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Cernoises and horrible cernettes: a history of women at CERN 1954–2017

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Cernoises and horrible cernettes : a history of women at CERN 1954–2017. / Røstvik, Camilla Mørk.

In: Women's History Review, Vol. 27, No. 5, 2018, p. 858-865.

Research output: Contribution to journalArticle

Harvard

Røstvik, CM 2018, 'Cernoises and horrible cernettes: a history of women at CERN 1954–2017' Women's History Review, vol. 27, no. 5, pp. 858-865. https://doi.org/10.1080/09612025.2017.1335850

APA

Røstvik, C. M. (2018). Cernoises and horrible cernettes: a history of women at CERN 1954–2017. Women's History Review, 27(5), 858-865. https://doi.org/10.1080/09612025.2017.1335850

Vancouver

Røstvik CM. Cernoises and horrible cernettes: a history of women at CERN 1954–2017. Women's History Review. 2018;27(5):858-865. https://doi.org/10.1080/09612025.2017.1335850

Author

Røstvik, Camilla Mørk. / Cernoises and horrible cernettes : a history of women at CERN 1954–2017. In: Women's History Review. 2018 ; Vol. 27, No. 5. pp. 858-865.

Bibtex - Download

@article{cd5374ca65924f7790627177bbb8a24b,
title = "Cernoises and horrible cernettes: a history of women at CERN 1954–2017",
abstract = "The European Organisation for Nuclear Research (CERN) was founded in 1954 by a group of men seeking to explore the fundamental building blocks of our Universe. Since then, they and a host of international scholars have succeeded, exemplified by the discovery of the Higgs Boson in 2012 and numerous Nobel Prize awards. But running parallel to the 'great men' of high-energy physics, is the untold story of the women of CERN. The organisation is an elite institution, and can thus provide insight into why numbers of women remain low in all facets of its work (except professional administrative). This viewpoint explores the role of women at CERN, both scientists and non-scientists, drawing on archival research from the organisation's collection in Geneva and interviews, providing an analysis of why gender diversity is still one of the puzzles left for this elite space to solve.",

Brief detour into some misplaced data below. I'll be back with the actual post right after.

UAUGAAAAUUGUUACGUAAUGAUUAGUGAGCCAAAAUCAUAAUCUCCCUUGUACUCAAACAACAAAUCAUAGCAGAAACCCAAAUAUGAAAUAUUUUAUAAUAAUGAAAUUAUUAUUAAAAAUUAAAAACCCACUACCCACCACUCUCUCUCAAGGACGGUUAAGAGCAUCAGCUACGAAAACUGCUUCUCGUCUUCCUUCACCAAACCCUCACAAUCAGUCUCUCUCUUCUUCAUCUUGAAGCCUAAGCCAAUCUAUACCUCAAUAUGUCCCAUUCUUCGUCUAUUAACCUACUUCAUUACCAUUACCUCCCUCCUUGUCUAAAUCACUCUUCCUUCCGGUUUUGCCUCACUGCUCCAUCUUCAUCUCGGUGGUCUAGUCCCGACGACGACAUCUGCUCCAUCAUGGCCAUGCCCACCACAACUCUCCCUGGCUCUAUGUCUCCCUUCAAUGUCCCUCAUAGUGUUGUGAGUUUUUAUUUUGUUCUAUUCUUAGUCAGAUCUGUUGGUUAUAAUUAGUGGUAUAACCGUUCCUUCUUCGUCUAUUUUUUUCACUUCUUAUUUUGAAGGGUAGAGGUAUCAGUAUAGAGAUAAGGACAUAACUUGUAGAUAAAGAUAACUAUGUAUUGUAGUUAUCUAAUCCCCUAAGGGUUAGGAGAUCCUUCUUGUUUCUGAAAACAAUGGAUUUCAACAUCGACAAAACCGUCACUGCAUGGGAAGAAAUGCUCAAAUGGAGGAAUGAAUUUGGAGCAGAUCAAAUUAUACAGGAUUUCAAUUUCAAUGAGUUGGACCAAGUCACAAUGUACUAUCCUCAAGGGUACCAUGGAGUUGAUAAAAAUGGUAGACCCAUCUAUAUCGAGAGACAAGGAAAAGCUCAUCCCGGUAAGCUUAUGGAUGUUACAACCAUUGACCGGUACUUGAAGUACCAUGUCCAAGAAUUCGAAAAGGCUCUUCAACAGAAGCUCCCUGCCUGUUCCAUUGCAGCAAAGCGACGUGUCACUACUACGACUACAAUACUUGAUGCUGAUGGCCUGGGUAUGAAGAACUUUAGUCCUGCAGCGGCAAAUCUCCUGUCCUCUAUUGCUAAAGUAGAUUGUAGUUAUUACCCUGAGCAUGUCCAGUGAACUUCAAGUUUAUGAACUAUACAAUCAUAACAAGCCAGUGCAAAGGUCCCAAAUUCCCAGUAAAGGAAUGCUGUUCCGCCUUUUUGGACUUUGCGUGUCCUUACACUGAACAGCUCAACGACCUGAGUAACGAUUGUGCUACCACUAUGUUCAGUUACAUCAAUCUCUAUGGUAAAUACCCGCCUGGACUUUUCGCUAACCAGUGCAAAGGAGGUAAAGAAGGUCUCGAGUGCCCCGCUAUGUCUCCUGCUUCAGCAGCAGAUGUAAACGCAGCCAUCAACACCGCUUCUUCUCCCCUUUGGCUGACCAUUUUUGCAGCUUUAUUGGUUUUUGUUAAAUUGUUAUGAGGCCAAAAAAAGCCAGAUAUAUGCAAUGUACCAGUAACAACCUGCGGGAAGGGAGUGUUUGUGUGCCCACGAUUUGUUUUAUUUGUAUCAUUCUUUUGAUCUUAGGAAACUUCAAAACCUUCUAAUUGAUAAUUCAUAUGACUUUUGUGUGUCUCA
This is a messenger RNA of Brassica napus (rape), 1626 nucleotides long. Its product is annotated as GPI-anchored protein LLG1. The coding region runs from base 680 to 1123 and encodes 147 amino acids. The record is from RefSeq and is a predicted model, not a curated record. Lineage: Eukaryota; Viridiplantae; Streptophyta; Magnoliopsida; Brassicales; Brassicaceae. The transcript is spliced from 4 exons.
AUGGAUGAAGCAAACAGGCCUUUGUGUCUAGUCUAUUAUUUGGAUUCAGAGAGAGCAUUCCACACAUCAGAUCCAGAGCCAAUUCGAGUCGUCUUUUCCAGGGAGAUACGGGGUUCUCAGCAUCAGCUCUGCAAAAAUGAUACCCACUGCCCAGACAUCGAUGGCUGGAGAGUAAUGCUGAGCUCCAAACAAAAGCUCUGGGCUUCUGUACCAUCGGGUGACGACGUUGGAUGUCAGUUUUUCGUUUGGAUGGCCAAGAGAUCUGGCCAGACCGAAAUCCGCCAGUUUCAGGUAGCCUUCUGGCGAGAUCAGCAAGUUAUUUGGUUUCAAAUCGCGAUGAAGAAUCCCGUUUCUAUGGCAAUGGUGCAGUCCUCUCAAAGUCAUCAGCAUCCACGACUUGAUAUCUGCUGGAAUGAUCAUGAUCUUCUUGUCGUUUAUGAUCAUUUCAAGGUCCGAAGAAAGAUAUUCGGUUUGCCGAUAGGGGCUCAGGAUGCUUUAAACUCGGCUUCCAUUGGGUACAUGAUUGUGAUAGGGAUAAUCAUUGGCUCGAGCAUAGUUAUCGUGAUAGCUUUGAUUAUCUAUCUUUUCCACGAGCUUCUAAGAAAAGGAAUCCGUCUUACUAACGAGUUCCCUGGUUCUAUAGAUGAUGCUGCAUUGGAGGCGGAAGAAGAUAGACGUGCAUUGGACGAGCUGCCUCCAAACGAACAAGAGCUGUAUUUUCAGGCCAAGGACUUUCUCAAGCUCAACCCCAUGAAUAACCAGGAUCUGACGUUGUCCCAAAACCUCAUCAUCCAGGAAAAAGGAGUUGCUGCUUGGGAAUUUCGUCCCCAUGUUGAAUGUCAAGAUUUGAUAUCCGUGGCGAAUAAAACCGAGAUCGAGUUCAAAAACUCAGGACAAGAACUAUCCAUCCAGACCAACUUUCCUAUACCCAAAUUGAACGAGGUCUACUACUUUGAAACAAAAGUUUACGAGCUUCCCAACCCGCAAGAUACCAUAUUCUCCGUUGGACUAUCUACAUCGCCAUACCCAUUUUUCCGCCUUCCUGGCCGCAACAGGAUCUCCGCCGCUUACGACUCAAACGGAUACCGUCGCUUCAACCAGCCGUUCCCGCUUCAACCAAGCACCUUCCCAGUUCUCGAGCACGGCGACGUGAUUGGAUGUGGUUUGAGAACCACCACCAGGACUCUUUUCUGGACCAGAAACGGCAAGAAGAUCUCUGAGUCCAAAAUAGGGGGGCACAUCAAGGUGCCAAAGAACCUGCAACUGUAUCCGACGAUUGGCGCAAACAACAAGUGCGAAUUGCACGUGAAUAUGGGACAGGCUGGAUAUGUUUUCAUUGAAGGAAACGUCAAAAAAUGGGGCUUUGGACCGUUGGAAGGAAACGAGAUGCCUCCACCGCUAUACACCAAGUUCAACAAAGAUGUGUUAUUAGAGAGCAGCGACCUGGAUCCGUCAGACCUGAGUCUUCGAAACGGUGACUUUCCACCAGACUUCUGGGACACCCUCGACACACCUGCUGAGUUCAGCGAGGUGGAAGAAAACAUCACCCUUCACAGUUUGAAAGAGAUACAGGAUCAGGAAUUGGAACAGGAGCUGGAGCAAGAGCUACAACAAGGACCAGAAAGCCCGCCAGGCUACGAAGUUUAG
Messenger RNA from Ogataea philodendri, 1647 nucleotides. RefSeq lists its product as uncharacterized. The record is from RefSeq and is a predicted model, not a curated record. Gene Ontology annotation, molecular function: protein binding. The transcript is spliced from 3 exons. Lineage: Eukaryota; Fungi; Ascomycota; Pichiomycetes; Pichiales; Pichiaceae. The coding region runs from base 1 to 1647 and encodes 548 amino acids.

author = "R{\o}stvik, {Camilla M{\o}rk}",
note = "This research was supported by doctoral funding from the School of Arts, Literature and Cultures at the University of Manchester.",
year = "2018",
doi = "10.1080/09612025.2017.1335850",
language = "English",
volume = "27",
pages = "858--865",
journal = "Women's History Review",
issn = "0961-2025",
publisher = "Routledge",
number = "5",

}

RIS (suitable for import to EndNote) - Download

TY - JOUR

T1 - Cernoises and horrible cernettes

T2 - Women's History Review

AU - Røstvik, Camilla Mørk

N1 - This research was supported by doctoral funding from the School of Arts, Literature and Cultures at the University of Manchester.

PY - 2018

Y1 - 2018

N2 - The European Organisation for Nuclear Research (CERN) was founded in 1954 by a group of men seeking to explore the fundamental building blocks of our Universe. Since then, they and a host of international scholars have succeeded, exemplified by the discovery of the Higgs Boson in 2012 and numerous Nobel Prize awards. But running parallel to the 'great men' of high-energy physics, is the untold story of the women of CERN. The organisation is an elite institution, and can thus provide insight into why numbers of women remain low in all facets of its work (except professional administrative). This viewpoint explores the role of women at CERN, both scientists and non-scientists, drawing on archival research from the organisation's collection in Geneva and interviews, providing an analysis of why gender diversity is still one of the puzzles left for this elite space to solve.

AB - The European Organisation for Nuclear Research (CERN) was founded in 1954 by a group of men seeking to explore the fundamental building blocks of our Universe. Since then, they and a host of international scholars have succeeded, exemplified by the discovery of the Higgs Boson in 2012 and numerous Nobel Prize awards. But running parallel to the 'great men' of high-energy physics, is the untold story of the women of CERN. The organisation is an elite institution, and can thus provide insight into why numbers of women remain low in all facets of its work (except professional administrative). This viewpoint explores the role of women at CERN, both scientists and non-scientists, drawing on archival research from the organisation's collection in Geneva and interviews, providing an analysis of why gender diversity is still one of the puzzles left for this elite space to solve.

U2 - 10.1080/09612025.2017.1335850

DO - 10.1080/09612025.2017.1335850

M3 - Article

VL - 27

SP - 858

EP - 865

JO - Women's History Review

JF - Women's History Review

SN - 0961-2025

IS - 5

ER -

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ID: 250428747